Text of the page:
A glimpse of Stuart Elliott’s mysterious ‘museum of confectioneering’ in the adjacent room lures one away from quiet reverie. Described by Elliott as “a concise selection of prototypes, propositions and conjectures,” The Confectioneer’s Digest builds on his notion of fakeology by taking an aspect of popular culture – in this instance food – and using it as an allegory for entropy.
Elliott claims his choice of food and confectionary as an allegorical subject matter was arbitrary. Yet the combination of confection, which implies triviality, and ‘eering,’ which conjures images of engineers with precision equipment or profiteers with fiscal intent, offers an ideal paradox to question the concept of over-engineering a product until its original purpose is obscured or lost entirely; a sugar-coated entropy that dissolves into a recipe for disorder. Thus cooking and confectionary serve his ‘bogus’ research project well, for they imply comfort and celebration, but clearly something else is going on that may not be so frivolous.
So whilst wit and humour underscore The Confectioneer’s Digest, I’m both amused and slightly unnerved by a flotilla of combative cake slices sailing across a frothy lake, a grieving cup cake, a deflated muffin, a visceral green roast flipping the notion of faux meat, and chef-as-hero dressed for battle in heavy duty uniform with visor, with mixing bowl and spoon as weapons. By taking something simple like a slice of cake or kitchen utensil, decontextualizing and disrupting the status quo by turning it into a visual paradox, the customary pleasures and rituals associated with sugary treats and comfort food have been commandeered by comic absurdity and a twist of melancholy. Is the party over?
Through imagery and materials Elliott layers his work with undertones and nuance. He says, “hopefully, unlike the specimens in The Confectioneer’s Digest, dodgy stuff in the real world can be scrutinised, halted and even reversed, if we have the skill to spot it and the will to seriously reconsider before the ‘cake’ becomes toxic.”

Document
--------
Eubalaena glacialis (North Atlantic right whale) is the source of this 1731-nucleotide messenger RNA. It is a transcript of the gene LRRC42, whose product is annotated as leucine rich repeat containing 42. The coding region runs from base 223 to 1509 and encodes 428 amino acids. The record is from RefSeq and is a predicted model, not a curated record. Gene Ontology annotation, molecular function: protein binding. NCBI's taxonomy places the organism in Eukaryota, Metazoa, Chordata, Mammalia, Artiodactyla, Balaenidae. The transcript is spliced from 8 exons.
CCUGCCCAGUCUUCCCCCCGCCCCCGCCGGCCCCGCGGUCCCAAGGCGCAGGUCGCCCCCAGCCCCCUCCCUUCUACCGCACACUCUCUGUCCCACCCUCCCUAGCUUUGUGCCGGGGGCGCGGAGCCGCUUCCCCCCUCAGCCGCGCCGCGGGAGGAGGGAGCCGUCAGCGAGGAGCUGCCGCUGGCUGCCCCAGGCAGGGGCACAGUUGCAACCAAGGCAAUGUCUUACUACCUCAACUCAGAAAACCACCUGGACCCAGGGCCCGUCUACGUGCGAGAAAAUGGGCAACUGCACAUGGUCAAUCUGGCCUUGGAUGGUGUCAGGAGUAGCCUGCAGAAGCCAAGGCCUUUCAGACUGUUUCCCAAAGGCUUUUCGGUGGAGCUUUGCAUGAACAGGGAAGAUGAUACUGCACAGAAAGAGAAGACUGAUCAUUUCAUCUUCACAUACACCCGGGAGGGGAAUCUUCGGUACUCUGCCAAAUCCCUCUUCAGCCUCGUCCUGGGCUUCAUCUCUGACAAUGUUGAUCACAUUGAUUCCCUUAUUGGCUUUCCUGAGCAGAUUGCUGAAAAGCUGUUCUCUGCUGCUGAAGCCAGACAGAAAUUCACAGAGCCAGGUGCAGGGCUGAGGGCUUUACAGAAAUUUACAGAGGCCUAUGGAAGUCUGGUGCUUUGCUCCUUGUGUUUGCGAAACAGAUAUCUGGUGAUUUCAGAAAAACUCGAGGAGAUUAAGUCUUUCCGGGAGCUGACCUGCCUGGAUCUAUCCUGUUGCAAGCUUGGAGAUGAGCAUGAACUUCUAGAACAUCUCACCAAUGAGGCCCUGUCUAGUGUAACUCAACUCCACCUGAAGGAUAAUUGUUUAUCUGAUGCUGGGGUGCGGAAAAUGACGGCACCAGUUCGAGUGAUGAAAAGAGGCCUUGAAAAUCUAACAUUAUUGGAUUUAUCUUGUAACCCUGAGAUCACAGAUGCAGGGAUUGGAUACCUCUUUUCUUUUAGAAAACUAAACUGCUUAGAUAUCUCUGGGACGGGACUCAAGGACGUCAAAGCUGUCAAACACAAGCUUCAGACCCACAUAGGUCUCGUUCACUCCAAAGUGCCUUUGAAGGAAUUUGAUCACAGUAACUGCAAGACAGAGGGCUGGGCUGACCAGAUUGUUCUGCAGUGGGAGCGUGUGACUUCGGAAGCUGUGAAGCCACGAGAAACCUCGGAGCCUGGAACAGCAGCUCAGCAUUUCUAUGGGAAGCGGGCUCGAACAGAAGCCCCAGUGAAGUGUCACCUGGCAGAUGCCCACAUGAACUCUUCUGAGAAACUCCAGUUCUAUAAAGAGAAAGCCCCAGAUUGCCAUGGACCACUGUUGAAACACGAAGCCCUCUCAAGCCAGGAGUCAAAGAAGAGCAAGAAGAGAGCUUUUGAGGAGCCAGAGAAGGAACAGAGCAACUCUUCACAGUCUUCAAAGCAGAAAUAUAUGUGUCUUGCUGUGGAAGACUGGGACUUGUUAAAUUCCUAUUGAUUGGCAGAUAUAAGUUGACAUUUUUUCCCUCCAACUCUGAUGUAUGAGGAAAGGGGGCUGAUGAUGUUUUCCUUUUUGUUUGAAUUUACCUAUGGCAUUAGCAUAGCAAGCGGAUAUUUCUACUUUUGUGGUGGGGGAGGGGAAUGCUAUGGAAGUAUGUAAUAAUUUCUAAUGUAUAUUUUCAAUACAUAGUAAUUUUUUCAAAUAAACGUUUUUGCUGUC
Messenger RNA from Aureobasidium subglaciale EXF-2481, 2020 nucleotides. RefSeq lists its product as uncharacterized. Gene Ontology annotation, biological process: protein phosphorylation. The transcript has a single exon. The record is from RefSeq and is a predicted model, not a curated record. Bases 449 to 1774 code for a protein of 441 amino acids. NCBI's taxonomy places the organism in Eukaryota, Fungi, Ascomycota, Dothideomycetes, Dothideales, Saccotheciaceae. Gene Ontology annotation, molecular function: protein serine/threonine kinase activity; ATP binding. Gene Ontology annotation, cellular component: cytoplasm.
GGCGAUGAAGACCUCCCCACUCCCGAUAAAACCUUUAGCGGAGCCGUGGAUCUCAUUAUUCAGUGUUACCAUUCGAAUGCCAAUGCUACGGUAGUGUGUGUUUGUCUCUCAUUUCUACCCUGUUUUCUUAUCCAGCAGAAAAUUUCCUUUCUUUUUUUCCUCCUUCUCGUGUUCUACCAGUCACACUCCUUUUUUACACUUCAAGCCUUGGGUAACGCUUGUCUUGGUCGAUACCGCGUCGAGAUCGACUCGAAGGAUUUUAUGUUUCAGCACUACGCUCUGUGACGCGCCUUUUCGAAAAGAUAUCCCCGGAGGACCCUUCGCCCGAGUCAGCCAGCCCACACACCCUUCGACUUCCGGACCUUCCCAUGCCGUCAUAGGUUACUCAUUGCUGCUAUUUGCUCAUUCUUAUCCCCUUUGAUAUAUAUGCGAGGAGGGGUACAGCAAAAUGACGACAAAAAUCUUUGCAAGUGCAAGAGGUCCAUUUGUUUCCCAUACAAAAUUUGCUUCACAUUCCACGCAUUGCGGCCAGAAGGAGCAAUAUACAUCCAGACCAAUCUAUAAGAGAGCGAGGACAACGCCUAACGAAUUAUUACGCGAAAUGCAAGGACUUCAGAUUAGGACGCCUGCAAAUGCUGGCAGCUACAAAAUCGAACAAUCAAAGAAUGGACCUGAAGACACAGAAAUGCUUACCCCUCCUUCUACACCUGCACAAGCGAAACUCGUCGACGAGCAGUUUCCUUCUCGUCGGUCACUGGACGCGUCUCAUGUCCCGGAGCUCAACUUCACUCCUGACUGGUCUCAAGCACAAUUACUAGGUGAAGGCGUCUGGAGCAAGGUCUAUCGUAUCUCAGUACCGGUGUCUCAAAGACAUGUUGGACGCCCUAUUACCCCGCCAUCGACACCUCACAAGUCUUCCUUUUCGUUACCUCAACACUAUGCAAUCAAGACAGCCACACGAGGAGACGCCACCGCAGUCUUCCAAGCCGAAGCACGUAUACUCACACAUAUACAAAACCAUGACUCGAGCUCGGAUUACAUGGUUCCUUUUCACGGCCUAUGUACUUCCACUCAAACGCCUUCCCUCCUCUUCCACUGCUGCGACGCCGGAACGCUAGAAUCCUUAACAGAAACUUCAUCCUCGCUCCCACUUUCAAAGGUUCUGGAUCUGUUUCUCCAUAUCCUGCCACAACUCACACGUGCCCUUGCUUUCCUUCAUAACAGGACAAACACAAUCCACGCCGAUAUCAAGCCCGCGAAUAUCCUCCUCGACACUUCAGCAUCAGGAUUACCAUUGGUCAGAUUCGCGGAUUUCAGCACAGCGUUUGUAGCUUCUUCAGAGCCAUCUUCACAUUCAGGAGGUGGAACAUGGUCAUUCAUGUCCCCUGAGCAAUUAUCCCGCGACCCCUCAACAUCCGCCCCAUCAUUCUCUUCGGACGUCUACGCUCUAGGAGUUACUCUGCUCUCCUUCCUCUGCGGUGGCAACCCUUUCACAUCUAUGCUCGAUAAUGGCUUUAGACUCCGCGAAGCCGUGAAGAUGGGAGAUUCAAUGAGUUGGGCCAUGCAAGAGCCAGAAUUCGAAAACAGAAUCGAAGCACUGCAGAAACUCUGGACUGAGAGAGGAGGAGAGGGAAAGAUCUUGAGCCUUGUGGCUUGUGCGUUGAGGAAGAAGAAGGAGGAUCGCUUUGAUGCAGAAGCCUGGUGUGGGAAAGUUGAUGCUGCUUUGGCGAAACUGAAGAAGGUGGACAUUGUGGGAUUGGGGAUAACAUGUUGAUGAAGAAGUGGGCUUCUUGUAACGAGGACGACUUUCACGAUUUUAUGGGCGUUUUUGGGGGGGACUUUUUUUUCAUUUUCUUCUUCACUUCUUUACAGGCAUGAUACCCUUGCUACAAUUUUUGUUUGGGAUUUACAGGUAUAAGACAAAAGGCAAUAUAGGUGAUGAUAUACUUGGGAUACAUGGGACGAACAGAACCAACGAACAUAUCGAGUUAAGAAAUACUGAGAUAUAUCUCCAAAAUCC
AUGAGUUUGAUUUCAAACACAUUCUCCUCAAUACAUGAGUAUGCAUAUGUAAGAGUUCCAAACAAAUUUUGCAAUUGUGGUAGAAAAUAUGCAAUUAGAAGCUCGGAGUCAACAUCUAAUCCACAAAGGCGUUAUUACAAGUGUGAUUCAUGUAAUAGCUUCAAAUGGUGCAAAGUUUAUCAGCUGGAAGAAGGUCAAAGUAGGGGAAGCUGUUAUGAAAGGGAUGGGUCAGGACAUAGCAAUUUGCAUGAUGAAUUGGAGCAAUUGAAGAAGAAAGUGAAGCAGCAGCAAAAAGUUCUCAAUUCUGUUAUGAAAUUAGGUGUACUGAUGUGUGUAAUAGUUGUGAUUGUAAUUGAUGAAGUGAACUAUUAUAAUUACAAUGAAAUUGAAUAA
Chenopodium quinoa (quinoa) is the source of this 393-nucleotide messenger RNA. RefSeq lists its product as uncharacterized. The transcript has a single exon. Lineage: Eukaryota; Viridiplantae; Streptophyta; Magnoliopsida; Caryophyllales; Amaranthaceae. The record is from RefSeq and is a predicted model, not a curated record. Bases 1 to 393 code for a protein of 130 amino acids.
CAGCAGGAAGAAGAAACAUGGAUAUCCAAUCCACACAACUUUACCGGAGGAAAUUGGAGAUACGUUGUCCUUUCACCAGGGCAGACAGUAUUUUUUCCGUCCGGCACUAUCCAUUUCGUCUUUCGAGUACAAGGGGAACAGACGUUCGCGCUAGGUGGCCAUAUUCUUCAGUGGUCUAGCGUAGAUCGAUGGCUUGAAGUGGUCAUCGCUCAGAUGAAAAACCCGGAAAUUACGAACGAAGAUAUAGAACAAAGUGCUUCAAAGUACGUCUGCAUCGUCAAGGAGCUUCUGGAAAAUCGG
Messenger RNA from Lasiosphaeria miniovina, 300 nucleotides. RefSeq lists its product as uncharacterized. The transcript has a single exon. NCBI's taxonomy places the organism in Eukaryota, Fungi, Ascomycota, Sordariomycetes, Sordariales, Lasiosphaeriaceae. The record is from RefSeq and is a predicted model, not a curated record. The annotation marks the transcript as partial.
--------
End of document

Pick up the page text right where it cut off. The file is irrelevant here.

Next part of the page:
The unsettling effect of this playful inquisition is heightened by a palette of subdued murky hues and luminous high-keyed colours. Like Starcken, his work has a temporal quality that draws on a repository of observations and sketches, time and skill, to build a collection of exquisitely-fabricated and thoughtfully-conceived two and three-dimensional objects that comprise layers of detail. Then knowing when it’s time to stop, he lets the work itself reveal the consequences of the mix.
The opportunity to see these exhibitions at Lost Eden also affirms the role a regional gallery plays supporting what’s produced locally as well as showing us the possibilities of what’s available elsewhere.
Sue Starcken Pulse and Stuart Elliott The Confectioneer’s Digest is on show at Lost Eden, 58 McLarty Street, Dwellingup until Easter Monday 18 April. Gallery open Wednesday and Friday 11am–2pm, Saturday and Sunday 10am–4pm.

Palisade, oil on masonite, 175 x 360mm, by Stuart Elliott.

Sue Starcken and Stuart Elliott.

Template for False Hope, unique state etchings and composite monoprints on Belgian linen, by Sue Starcken.

Home Made Burger, oil on board, 515 x 515mm, by Stuart Elliott.

Photos Diana McGirr.